Review the day’s schedule so you know which employees to expect. If you’re running any special sales or promotions, refamiliarize yourself with them.
This quiet time before patients start streaming in is a good opportunity to revisit ongoing issues and mentally prepare yourself for the day
The more thoroughly you work to close up the pharmacy in the evening, the less work you will have to do the next morning.
Like when you’re opening the store, time spent closing up is also at higher risk for robbery. For safety, you should work with at least one other person.
Perform these tasks every night to make sure your pharmacy stays secure and organized.
As soon as closing time hits, you should lock up the front doors. If there are still patients browsing in the pharmacy, you don’t have to kick them out, but you want to stop additional patients from coming in after hours.
Make sure one employee remains close to the door so they can let the lingering patients out once they’re finished with their shopping.
After the store is empty of patients and the door is locked, balance your cash drawer. Pull a sales report from your point-of-sale system and compare that to the amount of cash you have in the register.
When you’re done counting, keep the amount of petty cash you need to start the next day in the register and prepare the rest to be deposited in the bank.
For accountability purposes, balancing the cash drawer should be a two-person job, with one person counting and the other person preparing the bank deposit.
You should do the bulk of your cleaning tasks in the evening, including:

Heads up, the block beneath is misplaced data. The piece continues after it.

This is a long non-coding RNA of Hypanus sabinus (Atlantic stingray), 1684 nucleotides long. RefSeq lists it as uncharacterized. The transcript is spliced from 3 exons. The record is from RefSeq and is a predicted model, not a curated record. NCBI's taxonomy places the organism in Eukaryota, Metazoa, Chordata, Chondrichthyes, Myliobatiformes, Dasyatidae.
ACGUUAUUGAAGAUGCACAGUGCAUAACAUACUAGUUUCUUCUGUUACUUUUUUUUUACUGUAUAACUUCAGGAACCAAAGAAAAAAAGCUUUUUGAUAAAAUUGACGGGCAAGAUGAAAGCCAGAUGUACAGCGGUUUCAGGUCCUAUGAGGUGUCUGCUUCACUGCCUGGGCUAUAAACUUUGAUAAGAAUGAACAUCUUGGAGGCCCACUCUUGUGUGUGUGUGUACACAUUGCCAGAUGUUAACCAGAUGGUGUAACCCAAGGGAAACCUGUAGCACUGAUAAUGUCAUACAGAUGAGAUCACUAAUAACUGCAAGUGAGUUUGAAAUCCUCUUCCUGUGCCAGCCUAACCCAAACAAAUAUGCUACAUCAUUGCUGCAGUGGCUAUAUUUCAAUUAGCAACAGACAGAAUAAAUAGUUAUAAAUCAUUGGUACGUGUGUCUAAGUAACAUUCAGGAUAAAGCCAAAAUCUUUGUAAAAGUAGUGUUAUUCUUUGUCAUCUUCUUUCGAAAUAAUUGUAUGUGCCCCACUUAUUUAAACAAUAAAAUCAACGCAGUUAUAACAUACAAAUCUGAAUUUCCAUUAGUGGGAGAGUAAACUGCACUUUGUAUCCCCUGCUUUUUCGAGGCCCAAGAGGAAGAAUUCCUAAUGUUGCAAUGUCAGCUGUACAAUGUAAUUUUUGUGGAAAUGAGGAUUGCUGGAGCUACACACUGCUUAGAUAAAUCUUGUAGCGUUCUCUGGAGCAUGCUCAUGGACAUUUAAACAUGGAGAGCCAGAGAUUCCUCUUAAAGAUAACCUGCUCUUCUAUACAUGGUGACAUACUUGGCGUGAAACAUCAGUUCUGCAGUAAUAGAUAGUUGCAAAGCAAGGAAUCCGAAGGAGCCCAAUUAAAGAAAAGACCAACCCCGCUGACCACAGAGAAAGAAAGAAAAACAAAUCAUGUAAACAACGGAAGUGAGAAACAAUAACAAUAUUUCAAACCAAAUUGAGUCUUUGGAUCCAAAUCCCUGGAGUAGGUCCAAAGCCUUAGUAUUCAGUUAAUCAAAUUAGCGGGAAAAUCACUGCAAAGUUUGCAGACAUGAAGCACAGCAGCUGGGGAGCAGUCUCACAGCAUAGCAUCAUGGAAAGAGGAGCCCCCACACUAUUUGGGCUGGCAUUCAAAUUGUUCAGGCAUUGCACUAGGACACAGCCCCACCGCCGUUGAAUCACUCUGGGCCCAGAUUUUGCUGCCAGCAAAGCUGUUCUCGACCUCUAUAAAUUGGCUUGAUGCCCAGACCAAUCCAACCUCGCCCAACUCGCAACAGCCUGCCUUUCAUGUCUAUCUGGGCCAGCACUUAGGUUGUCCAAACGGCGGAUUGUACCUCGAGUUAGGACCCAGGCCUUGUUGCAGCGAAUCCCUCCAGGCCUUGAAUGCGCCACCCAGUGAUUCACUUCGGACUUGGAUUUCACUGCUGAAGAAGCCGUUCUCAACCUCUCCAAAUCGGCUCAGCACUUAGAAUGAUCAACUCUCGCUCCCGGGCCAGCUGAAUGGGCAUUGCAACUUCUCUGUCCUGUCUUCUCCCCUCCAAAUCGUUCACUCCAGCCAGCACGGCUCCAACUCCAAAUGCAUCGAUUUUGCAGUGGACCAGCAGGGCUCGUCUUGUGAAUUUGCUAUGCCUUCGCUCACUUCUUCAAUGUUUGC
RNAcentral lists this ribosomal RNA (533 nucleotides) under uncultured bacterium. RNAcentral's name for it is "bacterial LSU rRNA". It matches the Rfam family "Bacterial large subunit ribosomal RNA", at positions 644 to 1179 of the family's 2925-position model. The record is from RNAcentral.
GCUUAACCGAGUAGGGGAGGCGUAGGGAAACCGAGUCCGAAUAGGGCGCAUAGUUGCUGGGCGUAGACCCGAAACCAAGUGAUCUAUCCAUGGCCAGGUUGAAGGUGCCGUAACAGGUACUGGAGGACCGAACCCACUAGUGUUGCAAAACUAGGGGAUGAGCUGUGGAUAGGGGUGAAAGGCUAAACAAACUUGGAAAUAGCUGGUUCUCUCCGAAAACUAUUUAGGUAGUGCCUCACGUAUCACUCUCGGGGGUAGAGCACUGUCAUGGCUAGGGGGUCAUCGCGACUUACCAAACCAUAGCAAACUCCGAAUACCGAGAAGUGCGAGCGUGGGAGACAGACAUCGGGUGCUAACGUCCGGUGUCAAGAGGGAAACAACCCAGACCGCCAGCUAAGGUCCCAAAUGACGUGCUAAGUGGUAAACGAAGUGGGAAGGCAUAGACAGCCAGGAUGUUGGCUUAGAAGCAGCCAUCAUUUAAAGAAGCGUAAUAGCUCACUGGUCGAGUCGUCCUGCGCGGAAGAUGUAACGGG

The more cleaning you get done after the store closes, the less work you’ll have to do tidying up the next morning.
Before you leave, shut off all your computers and electronics, and turn down your heat or air conditioning so it won’t run on full blast all night while there’s no one there. While it may seem silly to shut down computers every night, over the long run it will save you money on your utility bill.
If you have outdoor lights, you may consider leaving them on for the convenience of pedestrians. Leaving one or two lights on inside the pharmacy can also help prevent burglaries.
The last thing to do before you leave is to secure the pharmacy. Prescriptions should have an extra layer of protection, like a locking gate that covers the pharmacy window. You may even consider storing controlled substances in a safe.
Ensure that all doors and windows are all properly fastened. As you walk out the door, arm your security system if you have one.
You and the other employee should leave together to ensure you both make it to your ride safely.
PBA Health is dedicated to helping independent pharmacies reach their full potential on the buy side of their business. The company is a member-owned organization that serves independent pharmacies with group purchasing services, expert contract negotiations, proprietary purchasing tools, distribution services, and more.
PBA Health, an HDA member, operates its own VAWD-certified warehouse with more than 6,000 SKUs, including brands, generics, narcotics CII-CV, cold-storage products, and over-the-counter (OTC) products.